Wizz Air and Ryanair reporting soaring traffic for September despite Irish carrier's mass cancellation woes

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Ryanair said load factor also climbed (Source: Getty)

Wizz Air and Ryanair announced growing traffic for September this morning, despite the Irish carrier suffering from the fallout from mass flight cancellations.

Hungarian carrier Wizz Air reported a 26 per cent rise in passenger numbers, with load factor, gauging how efficient an airline is at filling its seats, edging up to 92.9 per cent. 

The Irish airline meanwhile, reported a 10 per cent rise in traffic to 11.8m customers, with load factor up two percentage points to 97 per cent.

Read more: Monarch dethroned: Rival budget airlines’ shares take off as firm collapses

Ryanair chief marketing officer Kenny Jacobs said the figures included the 2,100 flight cancellations announced for September and October, as the airline admitted it had mismanaged pilot holiday.

"We have now refunded/re-accommodated 98 per cent of customers who were impacted in September and October," Jacobs added. "The remaining two per cent of affected customers have yet to contact us."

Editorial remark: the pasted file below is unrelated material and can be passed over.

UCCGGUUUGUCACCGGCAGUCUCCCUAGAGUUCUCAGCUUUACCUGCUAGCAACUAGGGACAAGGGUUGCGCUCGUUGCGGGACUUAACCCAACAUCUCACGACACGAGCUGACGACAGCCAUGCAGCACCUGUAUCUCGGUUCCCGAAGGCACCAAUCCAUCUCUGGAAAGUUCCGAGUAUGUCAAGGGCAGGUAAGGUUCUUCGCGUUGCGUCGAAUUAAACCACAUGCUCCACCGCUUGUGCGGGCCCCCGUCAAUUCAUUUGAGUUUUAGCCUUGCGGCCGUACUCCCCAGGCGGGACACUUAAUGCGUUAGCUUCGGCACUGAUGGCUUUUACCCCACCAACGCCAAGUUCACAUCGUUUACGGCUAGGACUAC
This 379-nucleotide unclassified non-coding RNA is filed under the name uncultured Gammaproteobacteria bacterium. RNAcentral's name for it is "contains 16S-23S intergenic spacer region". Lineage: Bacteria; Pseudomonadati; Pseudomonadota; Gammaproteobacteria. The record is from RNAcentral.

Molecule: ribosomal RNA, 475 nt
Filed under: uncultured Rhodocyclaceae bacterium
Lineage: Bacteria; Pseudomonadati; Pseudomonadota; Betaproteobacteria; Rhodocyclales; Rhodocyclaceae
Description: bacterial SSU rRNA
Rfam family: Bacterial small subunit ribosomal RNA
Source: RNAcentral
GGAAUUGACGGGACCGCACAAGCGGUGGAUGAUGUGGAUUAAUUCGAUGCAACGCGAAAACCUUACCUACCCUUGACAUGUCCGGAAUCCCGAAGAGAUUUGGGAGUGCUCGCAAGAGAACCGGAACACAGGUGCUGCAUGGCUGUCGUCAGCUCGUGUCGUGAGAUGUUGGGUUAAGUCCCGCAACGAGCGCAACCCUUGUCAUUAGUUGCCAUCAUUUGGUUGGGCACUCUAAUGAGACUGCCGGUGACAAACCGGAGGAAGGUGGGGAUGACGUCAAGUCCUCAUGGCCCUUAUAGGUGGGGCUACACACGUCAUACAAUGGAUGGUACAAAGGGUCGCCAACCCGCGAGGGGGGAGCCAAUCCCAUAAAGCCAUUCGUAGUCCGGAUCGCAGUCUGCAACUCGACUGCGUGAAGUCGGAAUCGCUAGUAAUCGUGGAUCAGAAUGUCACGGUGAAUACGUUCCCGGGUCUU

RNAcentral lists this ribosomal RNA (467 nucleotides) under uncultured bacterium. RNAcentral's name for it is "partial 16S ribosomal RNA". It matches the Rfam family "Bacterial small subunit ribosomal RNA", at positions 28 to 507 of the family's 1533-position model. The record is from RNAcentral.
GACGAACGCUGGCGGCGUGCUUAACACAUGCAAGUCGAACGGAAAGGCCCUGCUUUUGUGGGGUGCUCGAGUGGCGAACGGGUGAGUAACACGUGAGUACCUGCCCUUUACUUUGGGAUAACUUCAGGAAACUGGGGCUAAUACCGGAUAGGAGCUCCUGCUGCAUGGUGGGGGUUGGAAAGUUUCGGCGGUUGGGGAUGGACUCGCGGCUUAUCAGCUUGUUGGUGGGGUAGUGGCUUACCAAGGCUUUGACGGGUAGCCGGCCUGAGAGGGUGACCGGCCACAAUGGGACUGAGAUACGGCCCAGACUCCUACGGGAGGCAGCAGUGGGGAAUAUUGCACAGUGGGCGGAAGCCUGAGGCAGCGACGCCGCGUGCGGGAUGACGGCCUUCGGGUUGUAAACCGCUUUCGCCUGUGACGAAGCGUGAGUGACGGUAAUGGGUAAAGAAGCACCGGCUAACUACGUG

The good news for the airlines comes after the news that Luton-based Monarch collapsed into administration yesterday.

Shares in some of Monarch's rivals rose on the news that Britain's fifth biggest carrier had stopped trading. EasyJet, Ryanair, Flybe and Wizz Air shares all took off yesterday.

Monarch's chief executive Andrew Swaffield said on BBC Radio 4's Today programme that his airline was on track to lose around £100m next year and had "tried everything" but couldn't turn around its prospects.

The airline's collapse will lead to nearly 1,900 job losses, and will cost around £60m according to airline regulator the Civil Aviation Authority.

However, rival airlines may swoop for Monarch employees, with EasyJet on the lookout. Wizz Air meanwhile, announced its biggest recruitment programme to date last month.

It wants 1,300 new cabin crew and pilots ahead of the arrival of 21 new Airbus A320 and A321 aircraft.

Read more: Monarch proves it’s time airlines did some blue sky thinking